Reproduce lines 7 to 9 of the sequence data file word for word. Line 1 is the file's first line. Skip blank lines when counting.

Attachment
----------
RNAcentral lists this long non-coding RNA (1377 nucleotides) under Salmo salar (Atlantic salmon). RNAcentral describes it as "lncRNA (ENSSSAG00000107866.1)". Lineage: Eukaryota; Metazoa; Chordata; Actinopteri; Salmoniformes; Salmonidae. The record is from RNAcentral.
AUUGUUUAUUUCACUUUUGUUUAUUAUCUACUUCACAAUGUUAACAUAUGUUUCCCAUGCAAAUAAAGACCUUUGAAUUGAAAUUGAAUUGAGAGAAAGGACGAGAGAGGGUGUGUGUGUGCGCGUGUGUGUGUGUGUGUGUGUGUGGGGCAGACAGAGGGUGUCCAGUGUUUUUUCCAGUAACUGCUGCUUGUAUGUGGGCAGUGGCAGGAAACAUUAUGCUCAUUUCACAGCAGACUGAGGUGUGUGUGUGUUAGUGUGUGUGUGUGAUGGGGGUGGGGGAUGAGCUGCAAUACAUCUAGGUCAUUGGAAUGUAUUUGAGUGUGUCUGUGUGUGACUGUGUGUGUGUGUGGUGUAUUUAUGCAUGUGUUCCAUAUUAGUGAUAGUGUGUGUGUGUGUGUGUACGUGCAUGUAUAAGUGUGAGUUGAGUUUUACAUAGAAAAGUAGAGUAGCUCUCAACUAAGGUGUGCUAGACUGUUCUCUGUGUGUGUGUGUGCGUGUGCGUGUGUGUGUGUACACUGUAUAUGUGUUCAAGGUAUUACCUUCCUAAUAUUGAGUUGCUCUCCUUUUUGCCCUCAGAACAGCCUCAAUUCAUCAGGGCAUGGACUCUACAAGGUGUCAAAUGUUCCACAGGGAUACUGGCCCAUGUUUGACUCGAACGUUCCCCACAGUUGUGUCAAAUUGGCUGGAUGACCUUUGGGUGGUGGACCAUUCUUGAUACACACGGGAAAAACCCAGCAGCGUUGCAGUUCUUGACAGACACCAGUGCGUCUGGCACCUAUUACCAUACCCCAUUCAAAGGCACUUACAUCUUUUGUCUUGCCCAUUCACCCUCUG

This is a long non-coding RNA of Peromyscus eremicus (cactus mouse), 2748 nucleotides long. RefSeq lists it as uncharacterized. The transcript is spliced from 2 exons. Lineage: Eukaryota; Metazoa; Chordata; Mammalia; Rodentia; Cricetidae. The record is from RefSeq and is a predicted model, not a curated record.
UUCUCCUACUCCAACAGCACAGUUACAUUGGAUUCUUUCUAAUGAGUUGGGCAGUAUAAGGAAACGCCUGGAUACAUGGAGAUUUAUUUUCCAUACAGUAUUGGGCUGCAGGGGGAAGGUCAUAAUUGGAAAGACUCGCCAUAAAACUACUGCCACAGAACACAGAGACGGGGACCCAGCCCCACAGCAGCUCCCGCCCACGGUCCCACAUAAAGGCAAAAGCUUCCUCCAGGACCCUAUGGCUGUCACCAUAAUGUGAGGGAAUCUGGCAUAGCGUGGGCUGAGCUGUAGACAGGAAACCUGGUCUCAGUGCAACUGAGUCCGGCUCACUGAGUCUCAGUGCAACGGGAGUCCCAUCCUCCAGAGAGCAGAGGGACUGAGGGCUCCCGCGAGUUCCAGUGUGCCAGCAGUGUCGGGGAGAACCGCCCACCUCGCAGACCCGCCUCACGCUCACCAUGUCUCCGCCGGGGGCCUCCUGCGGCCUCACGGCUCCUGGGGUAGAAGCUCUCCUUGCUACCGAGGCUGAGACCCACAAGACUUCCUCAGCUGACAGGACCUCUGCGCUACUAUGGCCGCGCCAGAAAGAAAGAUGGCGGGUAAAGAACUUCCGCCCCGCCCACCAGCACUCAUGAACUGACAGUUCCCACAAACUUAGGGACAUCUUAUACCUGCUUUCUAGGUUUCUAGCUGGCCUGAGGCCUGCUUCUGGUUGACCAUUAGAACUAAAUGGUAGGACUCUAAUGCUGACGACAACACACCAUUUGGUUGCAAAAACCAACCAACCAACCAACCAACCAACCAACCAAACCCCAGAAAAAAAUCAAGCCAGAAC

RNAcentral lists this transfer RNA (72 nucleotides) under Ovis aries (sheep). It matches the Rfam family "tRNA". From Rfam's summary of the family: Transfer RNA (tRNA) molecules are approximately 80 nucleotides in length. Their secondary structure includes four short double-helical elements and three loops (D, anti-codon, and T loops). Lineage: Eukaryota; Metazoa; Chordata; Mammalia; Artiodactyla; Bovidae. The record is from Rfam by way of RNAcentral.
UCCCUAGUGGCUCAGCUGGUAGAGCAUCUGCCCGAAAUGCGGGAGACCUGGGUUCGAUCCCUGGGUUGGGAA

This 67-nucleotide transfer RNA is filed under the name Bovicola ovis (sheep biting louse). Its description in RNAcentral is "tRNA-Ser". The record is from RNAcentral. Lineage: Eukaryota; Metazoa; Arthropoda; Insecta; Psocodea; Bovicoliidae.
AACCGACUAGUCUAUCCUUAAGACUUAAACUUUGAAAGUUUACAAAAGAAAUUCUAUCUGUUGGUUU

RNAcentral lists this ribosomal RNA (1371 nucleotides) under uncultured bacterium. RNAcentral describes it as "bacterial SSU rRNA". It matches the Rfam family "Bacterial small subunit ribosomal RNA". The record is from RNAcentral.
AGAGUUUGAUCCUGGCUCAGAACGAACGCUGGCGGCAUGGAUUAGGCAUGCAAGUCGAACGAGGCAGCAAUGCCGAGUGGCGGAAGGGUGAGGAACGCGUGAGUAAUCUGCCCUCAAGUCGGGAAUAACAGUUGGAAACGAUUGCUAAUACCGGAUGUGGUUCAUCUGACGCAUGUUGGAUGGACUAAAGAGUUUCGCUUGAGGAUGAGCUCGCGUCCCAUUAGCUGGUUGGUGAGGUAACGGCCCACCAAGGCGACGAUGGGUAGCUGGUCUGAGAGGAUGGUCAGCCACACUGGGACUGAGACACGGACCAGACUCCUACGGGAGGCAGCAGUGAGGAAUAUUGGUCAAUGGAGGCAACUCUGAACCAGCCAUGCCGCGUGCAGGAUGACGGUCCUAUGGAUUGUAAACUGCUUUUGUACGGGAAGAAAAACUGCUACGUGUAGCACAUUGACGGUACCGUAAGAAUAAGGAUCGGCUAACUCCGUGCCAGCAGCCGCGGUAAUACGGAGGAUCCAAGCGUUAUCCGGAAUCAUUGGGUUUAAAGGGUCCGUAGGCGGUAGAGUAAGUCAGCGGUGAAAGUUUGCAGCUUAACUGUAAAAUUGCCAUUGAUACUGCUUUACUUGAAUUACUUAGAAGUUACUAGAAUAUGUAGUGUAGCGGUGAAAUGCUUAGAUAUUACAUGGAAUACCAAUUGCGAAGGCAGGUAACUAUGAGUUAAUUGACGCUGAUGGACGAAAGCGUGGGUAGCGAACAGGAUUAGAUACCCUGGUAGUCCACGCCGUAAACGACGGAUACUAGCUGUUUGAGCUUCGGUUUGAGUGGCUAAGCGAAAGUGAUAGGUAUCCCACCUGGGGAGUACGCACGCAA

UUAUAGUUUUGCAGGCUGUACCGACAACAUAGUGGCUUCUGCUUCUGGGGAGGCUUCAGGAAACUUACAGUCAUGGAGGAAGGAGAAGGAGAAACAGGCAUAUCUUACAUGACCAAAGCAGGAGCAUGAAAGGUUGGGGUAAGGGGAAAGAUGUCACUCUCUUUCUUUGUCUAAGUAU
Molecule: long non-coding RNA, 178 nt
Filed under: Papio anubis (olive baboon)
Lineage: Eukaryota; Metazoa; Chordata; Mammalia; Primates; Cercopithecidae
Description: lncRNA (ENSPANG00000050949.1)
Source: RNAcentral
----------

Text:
This 67-nucleotide transfer RNA is filed under the name Bovicola ovis (sheep biting louse). Its description in RNAcentral is "tRNA-Ser". The record is from RNAcentral. Lineage: Eukaryota; Metazoa; Arthropoda; Insecta; Psocodea; Bovicoliidae.
AACCGACUAGUCUAUCCUUAAGACUUAAACUUUGAAAGUUUACAAAAGAAAUUCUAUCUGUUGGUUU

RNAcentral lists this ribosomal RNA (1371 nucleotides) under uncultured bacterium. RNAcentral describes it as "bacterial SSU rRNA". It matches the Rfam family "Bacterial small subunit ribosomal RNA". The record is from RNAcentral.